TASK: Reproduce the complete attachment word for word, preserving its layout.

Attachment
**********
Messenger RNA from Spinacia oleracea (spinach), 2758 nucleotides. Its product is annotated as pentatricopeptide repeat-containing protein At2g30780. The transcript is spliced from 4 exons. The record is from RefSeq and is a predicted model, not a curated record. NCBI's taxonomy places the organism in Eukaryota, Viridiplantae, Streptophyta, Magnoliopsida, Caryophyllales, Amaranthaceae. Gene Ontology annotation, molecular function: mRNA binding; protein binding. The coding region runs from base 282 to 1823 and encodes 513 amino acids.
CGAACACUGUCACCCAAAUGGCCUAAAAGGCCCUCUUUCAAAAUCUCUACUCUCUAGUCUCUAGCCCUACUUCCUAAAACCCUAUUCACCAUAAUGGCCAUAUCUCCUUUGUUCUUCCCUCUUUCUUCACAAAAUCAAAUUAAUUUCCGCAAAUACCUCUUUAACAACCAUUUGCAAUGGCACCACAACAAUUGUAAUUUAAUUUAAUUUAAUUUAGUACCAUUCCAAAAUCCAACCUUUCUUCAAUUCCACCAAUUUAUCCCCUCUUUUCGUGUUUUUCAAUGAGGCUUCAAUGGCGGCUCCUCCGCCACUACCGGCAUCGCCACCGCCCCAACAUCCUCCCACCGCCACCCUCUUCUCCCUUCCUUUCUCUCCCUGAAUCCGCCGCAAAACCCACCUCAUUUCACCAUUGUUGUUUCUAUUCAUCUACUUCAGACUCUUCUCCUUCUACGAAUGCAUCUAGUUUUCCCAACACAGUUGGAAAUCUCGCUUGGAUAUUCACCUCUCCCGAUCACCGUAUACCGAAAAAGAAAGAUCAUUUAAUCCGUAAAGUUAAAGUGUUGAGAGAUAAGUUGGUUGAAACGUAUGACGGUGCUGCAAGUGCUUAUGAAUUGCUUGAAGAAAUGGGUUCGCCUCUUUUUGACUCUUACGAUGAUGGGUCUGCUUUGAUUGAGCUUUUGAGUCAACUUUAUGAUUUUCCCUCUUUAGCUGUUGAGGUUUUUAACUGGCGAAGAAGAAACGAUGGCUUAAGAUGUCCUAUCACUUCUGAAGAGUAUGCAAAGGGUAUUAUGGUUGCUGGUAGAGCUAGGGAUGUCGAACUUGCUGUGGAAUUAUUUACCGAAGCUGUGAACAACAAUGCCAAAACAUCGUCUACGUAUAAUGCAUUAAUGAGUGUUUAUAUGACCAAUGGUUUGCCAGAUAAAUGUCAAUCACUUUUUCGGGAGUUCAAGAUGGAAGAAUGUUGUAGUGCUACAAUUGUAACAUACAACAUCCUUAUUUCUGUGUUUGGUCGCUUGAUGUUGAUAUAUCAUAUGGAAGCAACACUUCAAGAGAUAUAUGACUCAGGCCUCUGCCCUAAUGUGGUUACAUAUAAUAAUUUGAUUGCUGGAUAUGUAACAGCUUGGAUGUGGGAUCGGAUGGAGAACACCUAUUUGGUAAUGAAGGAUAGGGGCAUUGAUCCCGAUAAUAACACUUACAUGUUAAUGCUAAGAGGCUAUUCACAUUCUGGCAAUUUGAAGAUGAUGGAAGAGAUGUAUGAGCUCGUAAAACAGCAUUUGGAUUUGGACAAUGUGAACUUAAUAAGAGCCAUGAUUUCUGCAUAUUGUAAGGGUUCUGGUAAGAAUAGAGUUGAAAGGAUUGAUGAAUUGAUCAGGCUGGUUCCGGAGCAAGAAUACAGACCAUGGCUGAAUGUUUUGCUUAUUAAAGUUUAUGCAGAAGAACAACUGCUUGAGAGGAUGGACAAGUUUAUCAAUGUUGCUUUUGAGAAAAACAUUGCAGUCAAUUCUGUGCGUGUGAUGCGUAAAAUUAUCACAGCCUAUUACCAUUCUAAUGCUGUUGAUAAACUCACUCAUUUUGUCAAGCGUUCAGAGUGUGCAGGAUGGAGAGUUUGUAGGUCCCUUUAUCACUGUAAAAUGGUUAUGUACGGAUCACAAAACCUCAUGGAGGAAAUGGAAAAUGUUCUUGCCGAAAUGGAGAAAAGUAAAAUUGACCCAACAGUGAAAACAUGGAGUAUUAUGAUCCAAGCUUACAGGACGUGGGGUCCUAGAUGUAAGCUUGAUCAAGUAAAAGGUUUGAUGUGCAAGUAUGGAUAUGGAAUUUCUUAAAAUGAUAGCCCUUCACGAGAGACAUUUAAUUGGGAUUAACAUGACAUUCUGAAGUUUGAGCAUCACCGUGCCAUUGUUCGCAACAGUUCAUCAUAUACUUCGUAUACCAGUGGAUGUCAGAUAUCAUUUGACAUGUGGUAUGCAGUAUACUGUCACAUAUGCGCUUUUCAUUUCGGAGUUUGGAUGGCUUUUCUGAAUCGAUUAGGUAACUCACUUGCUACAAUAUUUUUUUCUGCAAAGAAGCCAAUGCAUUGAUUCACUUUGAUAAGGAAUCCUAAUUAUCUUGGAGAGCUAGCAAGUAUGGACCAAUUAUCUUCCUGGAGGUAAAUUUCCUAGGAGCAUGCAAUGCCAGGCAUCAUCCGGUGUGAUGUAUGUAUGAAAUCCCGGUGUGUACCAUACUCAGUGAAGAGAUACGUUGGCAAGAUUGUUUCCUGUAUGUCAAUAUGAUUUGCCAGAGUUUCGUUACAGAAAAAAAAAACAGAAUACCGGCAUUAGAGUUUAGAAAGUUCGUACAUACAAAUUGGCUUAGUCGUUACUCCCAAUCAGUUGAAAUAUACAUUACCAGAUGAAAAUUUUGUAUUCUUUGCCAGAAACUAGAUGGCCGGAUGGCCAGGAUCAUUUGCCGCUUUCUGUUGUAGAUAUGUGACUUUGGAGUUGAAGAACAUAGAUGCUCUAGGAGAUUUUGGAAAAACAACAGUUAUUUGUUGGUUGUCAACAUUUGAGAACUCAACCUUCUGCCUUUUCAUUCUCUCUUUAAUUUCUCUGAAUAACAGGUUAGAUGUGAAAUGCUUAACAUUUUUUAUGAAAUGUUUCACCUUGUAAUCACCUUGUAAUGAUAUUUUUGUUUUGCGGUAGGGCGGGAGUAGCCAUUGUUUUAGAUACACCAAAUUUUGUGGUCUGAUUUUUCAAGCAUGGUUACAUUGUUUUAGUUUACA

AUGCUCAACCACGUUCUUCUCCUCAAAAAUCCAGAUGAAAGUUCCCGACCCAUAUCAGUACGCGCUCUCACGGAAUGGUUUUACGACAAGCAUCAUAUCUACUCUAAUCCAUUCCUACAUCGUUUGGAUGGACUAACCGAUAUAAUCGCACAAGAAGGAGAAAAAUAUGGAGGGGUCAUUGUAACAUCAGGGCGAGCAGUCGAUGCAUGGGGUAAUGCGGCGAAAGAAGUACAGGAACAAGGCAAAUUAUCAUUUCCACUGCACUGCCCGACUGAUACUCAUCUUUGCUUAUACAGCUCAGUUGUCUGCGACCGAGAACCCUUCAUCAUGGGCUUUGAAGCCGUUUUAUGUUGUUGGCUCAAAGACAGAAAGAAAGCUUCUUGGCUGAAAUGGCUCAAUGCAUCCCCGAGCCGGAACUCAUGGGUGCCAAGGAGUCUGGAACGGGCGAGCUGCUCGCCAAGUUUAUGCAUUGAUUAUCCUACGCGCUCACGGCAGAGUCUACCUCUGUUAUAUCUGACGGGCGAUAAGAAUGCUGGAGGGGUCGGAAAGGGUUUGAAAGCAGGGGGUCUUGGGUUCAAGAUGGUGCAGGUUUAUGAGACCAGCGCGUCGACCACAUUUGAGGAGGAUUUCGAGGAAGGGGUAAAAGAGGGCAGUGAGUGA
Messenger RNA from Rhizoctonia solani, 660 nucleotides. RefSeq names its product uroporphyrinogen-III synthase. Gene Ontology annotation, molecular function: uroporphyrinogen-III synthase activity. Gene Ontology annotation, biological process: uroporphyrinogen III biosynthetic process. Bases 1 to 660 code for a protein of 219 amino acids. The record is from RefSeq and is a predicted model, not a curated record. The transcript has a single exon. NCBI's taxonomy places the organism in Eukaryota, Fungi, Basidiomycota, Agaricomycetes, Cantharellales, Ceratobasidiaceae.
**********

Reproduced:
Messenger RNA from Spinacia oleracea (spinach), 2758 nucleotides. Its product is annotated as pentatricopeptide repeat-containing protein At2g30780. The transcript is spliced from 4 exons. The record is from RefSeq and is a predicted model, not a curated record. NCBI's taxonomy places the organism in Eukaryota, Viridiplantae, Streptophyta, Magnoliopsida, Caryophyllales, Amaranthaceae. Gene Ontology annotation, molecular function: mRNA binding; protein binding. The coding region runs from base 282 to 1823 and encodes 513 amino acids.
CGAACACUGUCACCCAAAUGGCCUAAAAGGCCCUCUUUCAAAAUCUCUACUCUCUAGUCUCUAGCCCUACUUCCUAAAACCCUAUUCACCAUAAUGGCCAUAUCUCCUUUGUUCUUCCCUCUUUCUUCACAAAAUCAAAUUAAUUUCCGCAAAUACCUCUUUAACAACCAUUUGCAAUGGCACCACAACAAUUGUAAUUUAAUUUAAUUUAAUUUAGUACCAUUCCAAAAUCCAACCUUUCUUCAAUUCCACCAAUUUAUCCCCUCUUUUCGUGUUUUUCAAUGAGGCUUCAAUGGCGGCUCCUCCGCCACUACCGGCAUCGCCACCGCCCCAACAUCCUCCCACCGCCACCCUCUUCUCCCUUCCUUUCUCUCCCUGAAUCCGCCGCAAAACCCACCUCAUUUCACCAUUGUUGUUUCUAUUCAUCUACUUCAGACUCUUCUCCUUCUACGAAUGCAUCUAGUUUUCCCAACACAGUUGGAAAUCUCGCUUGGAUAUUCACCUCUCCCGAUCACCGUAUACCGAAAAAGAAAGAUCAUUUAAUCCGUAAAGUUAAAGUGUUGAGAGAUAAGUUGGUUGAAACGUAUGACGGUGCUGCAAGUGCUUAUGAAUUGCUUGAAGAAAUGGGUUCGCCUCUUUUUGACUCUUACGAUGAUGGGUCUGCUUUGAUUGAGCUUUUGAGUCAACUUUAUGAUUUUCCCUCUUUAGCUGUUGAGGUUUUUAACUGGCGAAGAAGAAACGAUGGCUUAAGAUGUCCUAUCACUUCUGAAGAGUAUGCAAAGGGUAUUAUGGUUGCUGGUAGAGCUAGGGAUGUCGAACUUGCUGUGGAAUUAUUUACCGAAGCUGUGAACAACAAUGCCAAAACAUCGUCUACGUAUAAUGCAUUAAUGAGUGUUUAUAUGACCAAUGGUUUGCCAGAUAAAUGUCAAUCACUUUUUCGGGAGUUCAAGAUGGAAGAAUGUUGUAGUGCUACAAUUGUAACAUACAACAUCCUUAUUUCUGUGUUUGGUCGCUUGAUGUUGAUAUAUCAUAUGGAAGCAACACUUCAAGAGAUAUAUGACUCAGGCCUCUGCCCUAAUGUGGUUACAUAUAAUAAUUUGAUUGCUGGAUAUGUAACAGCUUGGAUGUGGGAUCGGAUGGAGAACACCUAUUUGGUAAUGAAGGAUAGGGGCAUUGAUCCCGAUAAUAACACUUACAUGUUAAUGCUAAGAGGCUAUUCACAUUCUGGCAAUUUGAAGAUGAUGGAAGAGAUGUAUGAGCUCGUAAAACAGCAUUUGGAUUUGGACAAUGUGAACUUAAUAAGAGCCAUGAUUUCUGCAUAUUGUAAGGGUUCUGGUAAGAAUAGAGUUGAAAGGAUUGAUGAAUUGAUCAGGCUGGUUCCGGAGCAAGAAUACAGACCAUGGCUGAAUGUUUUGCUUAUUAAAGUUUAUGCAGAAGAACAACUGCUUGAGAGGAUGGACAAGUUUAUCAAUGUUGCUUUUGAGAAAAACAUUGCAGUCAAUUCUGUGCGUGUGAUGCGUAAAAUUAUCACAGCCUAUUACCAUUCUAAUGCUGUUGAUAAACUCACUCAUUUUGUCAAGCGUUCAGAGUGUGCAGGAUGGAGAGUUUGUAGGUCCCUUUAUCACUGUAAAAUGGUUAUGUACGGAUCACAAAACCUCAUGGAGGAAAUGGAAAAUGUUCUUGCCGAAAUGGAGAAAAGUAAAAUUGACCCAACAGUGAAAACAUGGAGUAUUAUGAUCCAAGCUUACAGGACGUGGGGUCCUAGAUGUAAGCUUGAUCAAGUAAAAGGUUUGAUGUGCAAGUAUGGAUAUGGAAUUUCUUAAAAUGAUAGCCCUUCACGAGAGACAUUUAAUUGGGAUUAACAUGACAUUCUGAAGUUUGAGCAUCACCGUGCCAUUGUUCGCAACAGUUCAUCAUAUACUUCGUAUACCAGUGGAUGUCAGAUAUCAUUUGACAUGUGGUAUGCAGUAUACUGUCACAUAUGCGCUUUUCAUUUCGGAGUUUGGAUGGCUUUUCUGAAUCGAUUAGGUAACUCACUUGCUACAAUAUUUUUUUCUGCAAAGAAGCCAAUGCAUUGAUUCACUUUGAUAAGGAAUCCUAAUUAUCUUGGAGAGCUAGCAAGUAUGGACCAAUUAUCUUCCUGGAGGUAAAUUUCCUAGGAGCAUGCAAUGCCAGGCAUCAUCCGGUGUGAUGUAUGUAUGAAAUCCCGGUGUGUACCAUACUCAGUGAAGAGAUACGUUGGCAAGAUUGUUUCCUGUAUGUCAAUAUGAUUUGCCAGAGUUUCGUUACAGAAAAAAAAAACAGAAUACCGGCAUUAGAGUUUAGAAAGUUCGUACAUACAAAUUGGCUUAGUCGUUACUCCCAAUCAGUUGAAAUAUACAUUACCAGAUGAAAAUUUUGUAUUCUUUGCCAGAAACUAGAUGGCCGGAUGGCCAGGAUCAUUUGCCGCUUUCUGUUGUAGAUAUGUGACUUUGGAGUUGAAGAACAUAGAUGCUCUAGGAGAUUUUGGAAAAACAACAGUUAUUUGUUGGUUGUCAACAUUUGAGAACUCAACCUUCUGCCUUUUCAUUCUCUCUUUAAUUUCUCUGAAUAACAGGUUAGAUGUGAAAUGCUUAACAUUUUUUAUGAAAUGUUUCACCUUGUAAUCACCUUGUAAUGAUAUUUUUGUUUUGCGGUAGGGCGGGAGUAGCCAUUGUUUUAGAUACACCAAAUUUUGUGGUCUGAUUUUUCAAGCAUGGUUACAUUGUUUUAGUUUACA

AUGCUCAACCACGUUCUUCUCCUCAAAAAUCCAGAUGAAAGUUCCCGACCCAUAUCAGUACGCGCUCUCACGGAAUGGUUUUACGACAAGCAUCAUAUCUACUCUAAUCCAUUCCUACAUCGUUUGGAUGGACUAACCGAUAUAAUCGCACAAGAAGGAGAAAAAUAUGGAGGGGUCAUUGUAACAUCAGGGCGAGCAGUCGAUGCAUGGGGUAAUGCGGCGAAAGAAGUACAGGAACAAGGCAAAUUAUCAUUUCCACUGCACUGCCCGACUGAUACUCAUCUUUGCUUAUACAGCUCAGUUGUCUGCGACCGAGAACCCUUCAUCAUGGGCUUUGAAGCCGUUUUAUGUUGUUGGCUCAAAGACAGAAAGAAAGCUUCUUGGCUGAAAUGGCUCAAUGCAUCCCCGAGCCGGAACUCAUGGGUGCCAAGGAGUCUGGAACGGGCGAGCUGCUCGCCAAGUUUAUGCAUUGAUUAUCCUACGCGCUCACGGCAGAGUCUACCUCUGUUAUAUCUGACGGGCGAUAAGAAUGCUGGAGGGGUCGGAAAGGGUUUGAAAGCAGGGGGUCUUGGGUUCAAGAUGGUGCAGGUUUAUGAGACCAGCGCGUCGACCACAUUUGAGGAGGAUUUCGAGGAAGGGGUAAAAGAGGGCAGUGAGUGA
Messenger RNA from Rhizoctonia solani, 660 nucleotides. RefSeq names its product uroporphyrinogen-III synthase. Gene Ontology annotation, molecular function: uroporphyrinogen-III synthase activity. Gene Ontology annotation, biological process: uroporphyrinogen III biosynthetic process. Bases 1 to 660 code for a protein of 219 amino acids. The record is from RefSeq and is a predicted model, not a curated record. The transcript has a single exon. NCBI's taxonomy places the organism in Eukaryota, Fungi, Basidiomycota, Agaricomycetes, Cantharellales, Ceratobasidiaceae.